Animal venom from bees, snakes and scorpions could be used to combat cancer after successful trials showed that the toxins can kill tumours.
Snake venom could be used to fight cancer
Scientists have discovered that poisons commonly found in reptile bites and insect stings destroy skin and breast cancer cells in the laboratory.
The venom has been designed to prevent any harm coming to the patient by encasing the poison in a tiny particle that cannot leak into the bloodstream. Snake, bee and scorpion venom contains peptides and proteins that attach to the walls of cancer cells.
The research was presented at the National Meeting of the American Chemical Society in San Francisco and was conducted by a team from the University of Illinois.
Dr Dipanjan Pan, of the University of Illinois, said: “We have safely used venom toxins in tiny nanometer-sized particles to treat breast cancer and melanoma cells in the laboratory.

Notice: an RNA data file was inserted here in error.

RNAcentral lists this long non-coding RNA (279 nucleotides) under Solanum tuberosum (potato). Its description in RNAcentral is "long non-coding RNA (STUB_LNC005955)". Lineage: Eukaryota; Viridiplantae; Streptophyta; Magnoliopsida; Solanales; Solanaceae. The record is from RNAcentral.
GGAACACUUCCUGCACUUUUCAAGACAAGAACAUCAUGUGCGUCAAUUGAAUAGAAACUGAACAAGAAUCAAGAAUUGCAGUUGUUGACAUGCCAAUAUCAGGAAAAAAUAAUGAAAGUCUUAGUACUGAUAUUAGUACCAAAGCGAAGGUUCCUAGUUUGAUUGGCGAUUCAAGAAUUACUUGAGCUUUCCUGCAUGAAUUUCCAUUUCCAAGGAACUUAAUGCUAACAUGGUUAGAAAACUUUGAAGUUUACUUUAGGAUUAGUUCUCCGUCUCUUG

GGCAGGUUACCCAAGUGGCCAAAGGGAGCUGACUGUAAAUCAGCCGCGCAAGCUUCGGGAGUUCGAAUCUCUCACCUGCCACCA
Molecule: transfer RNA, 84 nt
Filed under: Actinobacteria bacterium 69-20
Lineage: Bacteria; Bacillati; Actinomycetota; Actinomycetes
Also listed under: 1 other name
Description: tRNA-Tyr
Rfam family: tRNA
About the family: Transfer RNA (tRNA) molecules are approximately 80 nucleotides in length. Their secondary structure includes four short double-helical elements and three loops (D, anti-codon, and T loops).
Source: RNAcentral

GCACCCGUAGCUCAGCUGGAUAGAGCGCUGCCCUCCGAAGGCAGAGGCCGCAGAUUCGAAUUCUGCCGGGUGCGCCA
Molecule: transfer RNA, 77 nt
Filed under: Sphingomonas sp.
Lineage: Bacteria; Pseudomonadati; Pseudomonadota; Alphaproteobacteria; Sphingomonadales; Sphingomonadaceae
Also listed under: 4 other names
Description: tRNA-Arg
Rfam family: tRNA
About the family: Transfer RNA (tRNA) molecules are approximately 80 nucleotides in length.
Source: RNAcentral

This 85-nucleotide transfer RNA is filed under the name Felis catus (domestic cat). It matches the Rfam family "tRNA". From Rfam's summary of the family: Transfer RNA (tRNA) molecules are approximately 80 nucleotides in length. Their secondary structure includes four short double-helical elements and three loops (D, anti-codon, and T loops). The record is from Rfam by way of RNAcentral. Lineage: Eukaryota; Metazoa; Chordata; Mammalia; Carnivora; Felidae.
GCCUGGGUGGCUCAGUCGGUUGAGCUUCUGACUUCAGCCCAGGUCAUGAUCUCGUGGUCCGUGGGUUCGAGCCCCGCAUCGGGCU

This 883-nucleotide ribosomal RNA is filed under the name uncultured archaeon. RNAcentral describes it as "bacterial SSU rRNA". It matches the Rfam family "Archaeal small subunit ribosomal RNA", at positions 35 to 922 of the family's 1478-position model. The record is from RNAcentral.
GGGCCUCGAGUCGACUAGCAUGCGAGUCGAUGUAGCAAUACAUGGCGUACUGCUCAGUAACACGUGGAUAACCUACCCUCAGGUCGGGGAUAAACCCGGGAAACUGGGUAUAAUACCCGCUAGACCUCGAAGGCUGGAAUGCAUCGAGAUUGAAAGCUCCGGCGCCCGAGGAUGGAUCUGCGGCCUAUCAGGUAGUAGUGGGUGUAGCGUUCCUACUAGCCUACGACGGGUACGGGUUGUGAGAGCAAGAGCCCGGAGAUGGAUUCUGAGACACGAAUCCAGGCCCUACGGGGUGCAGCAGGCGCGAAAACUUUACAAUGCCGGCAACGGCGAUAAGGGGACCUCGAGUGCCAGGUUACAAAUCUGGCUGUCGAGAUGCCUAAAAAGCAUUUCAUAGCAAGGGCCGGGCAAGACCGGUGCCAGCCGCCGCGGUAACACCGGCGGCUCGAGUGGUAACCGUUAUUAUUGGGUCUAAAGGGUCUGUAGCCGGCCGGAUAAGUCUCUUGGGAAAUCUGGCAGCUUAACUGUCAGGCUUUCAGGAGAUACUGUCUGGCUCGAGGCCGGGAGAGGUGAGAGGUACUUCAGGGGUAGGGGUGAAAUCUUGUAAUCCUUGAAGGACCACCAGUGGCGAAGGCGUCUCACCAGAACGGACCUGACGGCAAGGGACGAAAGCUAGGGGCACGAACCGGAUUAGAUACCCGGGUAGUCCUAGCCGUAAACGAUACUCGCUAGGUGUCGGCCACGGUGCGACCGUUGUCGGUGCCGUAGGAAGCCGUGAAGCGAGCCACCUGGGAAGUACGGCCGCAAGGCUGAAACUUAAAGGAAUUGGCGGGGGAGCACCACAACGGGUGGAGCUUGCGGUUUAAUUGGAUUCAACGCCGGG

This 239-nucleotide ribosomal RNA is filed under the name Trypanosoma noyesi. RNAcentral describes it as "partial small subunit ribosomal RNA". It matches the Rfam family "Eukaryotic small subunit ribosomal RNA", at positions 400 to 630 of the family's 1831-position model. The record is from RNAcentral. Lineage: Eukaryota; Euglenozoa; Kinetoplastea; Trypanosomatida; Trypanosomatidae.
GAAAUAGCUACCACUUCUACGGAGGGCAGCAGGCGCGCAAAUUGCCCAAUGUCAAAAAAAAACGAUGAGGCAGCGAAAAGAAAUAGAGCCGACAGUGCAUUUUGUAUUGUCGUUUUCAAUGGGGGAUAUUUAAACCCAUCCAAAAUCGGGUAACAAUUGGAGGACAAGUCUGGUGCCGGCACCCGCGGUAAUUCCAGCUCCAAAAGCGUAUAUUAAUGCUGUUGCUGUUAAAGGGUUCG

"These particles, which are camouflaged from the immune system, take the toxin directly to the cancer cells, sparing normal tissue.
“The peptide toxins we made are so tightly packed within the nanoparticle that they don't leach out when exposed to the bloodstream and cause side effects.”
However whilst the poison can be contained it can also cause damage to the heart and nervous system as well as causing bleeding under the skin.
Dr Pan believes that if these dangerous side effects can be harnessed, the power of treatment could be great.
He said: “The main point is how we can control their potency. They are potent and that is why they are deadly, if we can use that power in our favour that would be wonderful.”
Bees do not make enough venom for efficient extraction but a suitable substitute has been tested to produce a synthesized melittin in the lab.
Venom from the snakes or scorpions could also be used to work as part of cancer therapy and human trials are expected to start within three to five years.
Health insurance can cover cancer therapies not always available on the NHS, you can compare comprehensive cancer policies online now.
© ActiveQuote Ltd. 2014